Preliminary yields on the revenue-anticipation notes, which mature in May 2012 and June 2012, were 0.38% and 0.42%, respectively, for institutional investors, a term sheet showed.

Those terms are more than a full percentage point lower in yield than when California last sold RANs in November 2010.

Collinswood’s mayor-developer

The Muniland Absurdity of the Year award goes to the small town of Collingswood, New Jersey for their guarantee of municipal bonds to fund a luxury condominium project that is incomplete and unsold. Moody’s recently gave the town a six-notch downgrade due to concern about the city’s exposure to the weak housing market. From the Courier Post:

Then the market crashed, which nearly stopped construction on the luxury condominium complex. Phase II of the project is under way, though the lowered number of units will now be leased with the option to buy. In addition, Collingswood plans to issue $4.5 million in bond anticipation notes, or BANs, to purchase vacant condos, which it then plans to lease out for revenue.

“It’s very unusual for a municipality to undertake the kind of risk they have taken on in terms of exposure to the real estate market,” said Moody’s analyst Josellyn Yousef, an author of the downgrade report.

@Twitter Talk

Mark Thoma @MarkThoma Mark Thoma
Weekly Initial Unemployment Claims increased to 428,000  bit.ly/pQdrCl
Sara Murray @SaraMurray Sara Murray
In Indiana, 43% of jobless benefits payments are considered improper. See where your state ranks:  on.wsj.com/prtp0S
Phil Izzo @philizzo Phil Izzo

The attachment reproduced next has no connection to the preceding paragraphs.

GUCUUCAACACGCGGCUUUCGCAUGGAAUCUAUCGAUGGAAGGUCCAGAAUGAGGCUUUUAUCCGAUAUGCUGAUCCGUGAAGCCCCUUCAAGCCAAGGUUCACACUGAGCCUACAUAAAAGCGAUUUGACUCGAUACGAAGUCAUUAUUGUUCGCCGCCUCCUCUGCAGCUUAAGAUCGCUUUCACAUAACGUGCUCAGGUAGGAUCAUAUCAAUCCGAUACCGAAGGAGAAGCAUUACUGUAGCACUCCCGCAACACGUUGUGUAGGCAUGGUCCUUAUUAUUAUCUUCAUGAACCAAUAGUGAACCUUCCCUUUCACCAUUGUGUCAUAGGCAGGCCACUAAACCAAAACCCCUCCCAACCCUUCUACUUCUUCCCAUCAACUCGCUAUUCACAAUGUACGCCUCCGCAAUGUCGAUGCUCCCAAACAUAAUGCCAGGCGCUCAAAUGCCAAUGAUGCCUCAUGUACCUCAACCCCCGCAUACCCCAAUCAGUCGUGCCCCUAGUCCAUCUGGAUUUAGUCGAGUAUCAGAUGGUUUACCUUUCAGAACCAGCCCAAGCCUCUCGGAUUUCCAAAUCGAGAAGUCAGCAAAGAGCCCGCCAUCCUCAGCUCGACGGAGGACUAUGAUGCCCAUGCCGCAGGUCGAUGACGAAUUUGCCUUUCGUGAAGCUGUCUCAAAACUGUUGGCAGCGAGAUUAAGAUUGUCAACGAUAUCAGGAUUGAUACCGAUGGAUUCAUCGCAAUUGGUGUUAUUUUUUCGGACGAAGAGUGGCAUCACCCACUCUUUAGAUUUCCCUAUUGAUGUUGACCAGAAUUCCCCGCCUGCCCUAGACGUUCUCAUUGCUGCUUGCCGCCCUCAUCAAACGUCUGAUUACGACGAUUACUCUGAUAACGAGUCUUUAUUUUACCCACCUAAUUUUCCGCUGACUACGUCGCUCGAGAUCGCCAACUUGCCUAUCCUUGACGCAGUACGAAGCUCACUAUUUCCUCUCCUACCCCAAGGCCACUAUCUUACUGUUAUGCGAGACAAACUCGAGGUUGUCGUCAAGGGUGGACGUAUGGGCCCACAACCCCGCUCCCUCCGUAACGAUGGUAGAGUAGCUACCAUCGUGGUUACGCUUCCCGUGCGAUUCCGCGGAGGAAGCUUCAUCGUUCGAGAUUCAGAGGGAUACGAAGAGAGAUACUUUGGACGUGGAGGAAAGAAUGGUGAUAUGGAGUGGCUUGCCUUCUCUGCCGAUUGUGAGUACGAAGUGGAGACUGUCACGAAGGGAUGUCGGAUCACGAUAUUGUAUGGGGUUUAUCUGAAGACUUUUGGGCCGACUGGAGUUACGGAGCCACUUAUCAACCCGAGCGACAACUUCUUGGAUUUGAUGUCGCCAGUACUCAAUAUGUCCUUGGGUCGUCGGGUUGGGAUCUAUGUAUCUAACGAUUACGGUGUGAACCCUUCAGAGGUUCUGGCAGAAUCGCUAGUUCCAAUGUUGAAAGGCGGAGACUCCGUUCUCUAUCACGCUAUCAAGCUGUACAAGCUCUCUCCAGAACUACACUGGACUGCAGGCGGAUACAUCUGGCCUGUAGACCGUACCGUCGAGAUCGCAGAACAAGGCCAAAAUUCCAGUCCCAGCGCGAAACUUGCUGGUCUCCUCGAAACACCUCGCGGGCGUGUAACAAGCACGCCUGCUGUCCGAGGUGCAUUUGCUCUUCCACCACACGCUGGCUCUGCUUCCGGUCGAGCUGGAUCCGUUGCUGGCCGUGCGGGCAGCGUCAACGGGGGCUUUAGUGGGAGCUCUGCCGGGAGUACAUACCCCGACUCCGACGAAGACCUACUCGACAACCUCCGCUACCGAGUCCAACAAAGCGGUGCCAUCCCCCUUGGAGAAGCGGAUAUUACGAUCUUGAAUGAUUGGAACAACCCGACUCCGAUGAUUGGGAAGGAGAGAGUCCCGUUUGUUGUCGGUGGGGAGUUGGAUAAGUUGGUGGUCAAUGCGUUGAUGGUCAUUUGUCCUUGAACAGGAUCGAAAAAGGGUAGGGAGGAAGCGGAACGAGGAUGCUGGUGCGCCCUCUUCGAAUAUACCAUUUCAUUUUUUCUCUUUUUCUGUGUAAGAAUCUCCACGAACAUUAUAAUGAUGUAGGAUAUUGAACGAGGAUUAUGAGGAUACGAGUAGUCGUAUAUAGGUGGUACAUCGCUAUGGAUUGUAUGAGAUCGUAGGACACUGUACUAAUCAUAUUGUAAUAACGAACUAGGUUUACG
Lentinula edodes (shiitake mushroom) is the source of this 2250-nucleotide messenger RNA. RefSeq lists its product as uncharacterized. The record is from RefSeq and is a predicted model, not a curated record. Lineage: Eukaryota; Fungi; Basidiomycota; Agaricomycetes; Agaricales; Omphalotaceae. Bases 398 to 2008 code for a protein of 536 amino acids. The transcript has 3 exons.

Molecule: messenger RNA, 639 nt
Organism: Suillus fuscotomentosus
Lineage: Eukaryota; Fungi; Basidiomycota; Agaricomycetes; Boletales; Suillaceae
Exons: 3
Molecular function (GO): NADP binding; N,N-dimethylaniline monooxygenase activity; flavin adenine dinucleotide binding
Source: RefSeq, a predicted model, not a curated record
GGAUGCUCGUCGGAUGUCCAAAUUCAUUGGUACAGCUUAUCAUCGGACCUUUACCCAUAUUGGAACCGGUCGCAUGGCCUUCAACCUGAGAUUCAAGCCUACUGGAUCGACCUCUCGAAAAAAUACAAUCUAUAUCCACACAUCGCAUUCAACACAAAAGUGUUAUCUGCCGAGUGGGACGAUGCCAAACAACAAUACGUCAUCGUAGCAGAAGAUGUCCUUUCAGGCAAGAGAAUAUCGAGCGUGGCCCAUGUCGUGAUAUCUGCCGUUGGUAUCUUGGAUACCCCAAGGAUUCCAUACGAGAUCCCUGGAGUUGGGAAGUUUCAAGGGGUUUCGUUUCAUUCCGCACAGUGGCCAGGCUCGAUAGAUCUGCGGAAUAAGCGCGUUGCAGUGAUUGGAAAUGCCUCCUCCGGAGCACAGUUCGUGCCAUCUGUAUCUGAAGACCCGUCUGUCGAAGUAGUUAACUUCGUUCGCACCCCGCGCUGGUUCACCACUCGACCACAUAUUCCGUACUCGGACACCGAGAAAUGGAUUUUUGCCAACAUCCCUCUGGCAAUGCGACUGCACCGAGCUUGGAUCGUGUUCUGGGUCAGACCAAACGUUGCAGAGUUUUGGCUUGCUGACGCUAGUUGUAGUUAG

Ed Yardeni has some interesting charts on tax receipts. Individual growing, corporate slowing  bit.ly/qE4rtj
Injustice Facts @InjusticeFacts Injustice Facts
In 1970, the incarceration rate in the U.S. was 100 out of 100,000. In 2009, the incarceration rate was 500 out of 100,000.
Barrett and Greene @GreeneBarrett Barrett and Greene
States of MN and WA come out at the top in assessment of long-term care performance. AL & MS at bottom  http://ow.ly/6v1BE
TransportationNation @TransportNation TransportationNation
Deputy mayor Howard Wolfson on a #bikenyc bike  ow.ly/i/hjFT

+ Good Links +

Gawker: It’s Official: Kids These Days Dumber Than Ever

Reuters Blogs: Why Obama’s school rehab plan may flop

Bankrate.com: Tax-free munis could be capped

Comments
One comment so far | RSS Comments RSS

‘Direct grants to state and local govts most popular part of Obama’s jobs bill’…..
You can’t really report the unemployment rate at 9.1% can you Bloomberg? Come on!
Since the real unemployment rate is considerably higher why not give the money back to the people who make up these states and call it ‘direct grants’. That would be a win-win situation. Let the people spend their money where they want to spend it rather than giving it to some public servants who work for the state and whose only expenditures will be to serve themselves.

Posted by brnwtrs7 | Report as abusive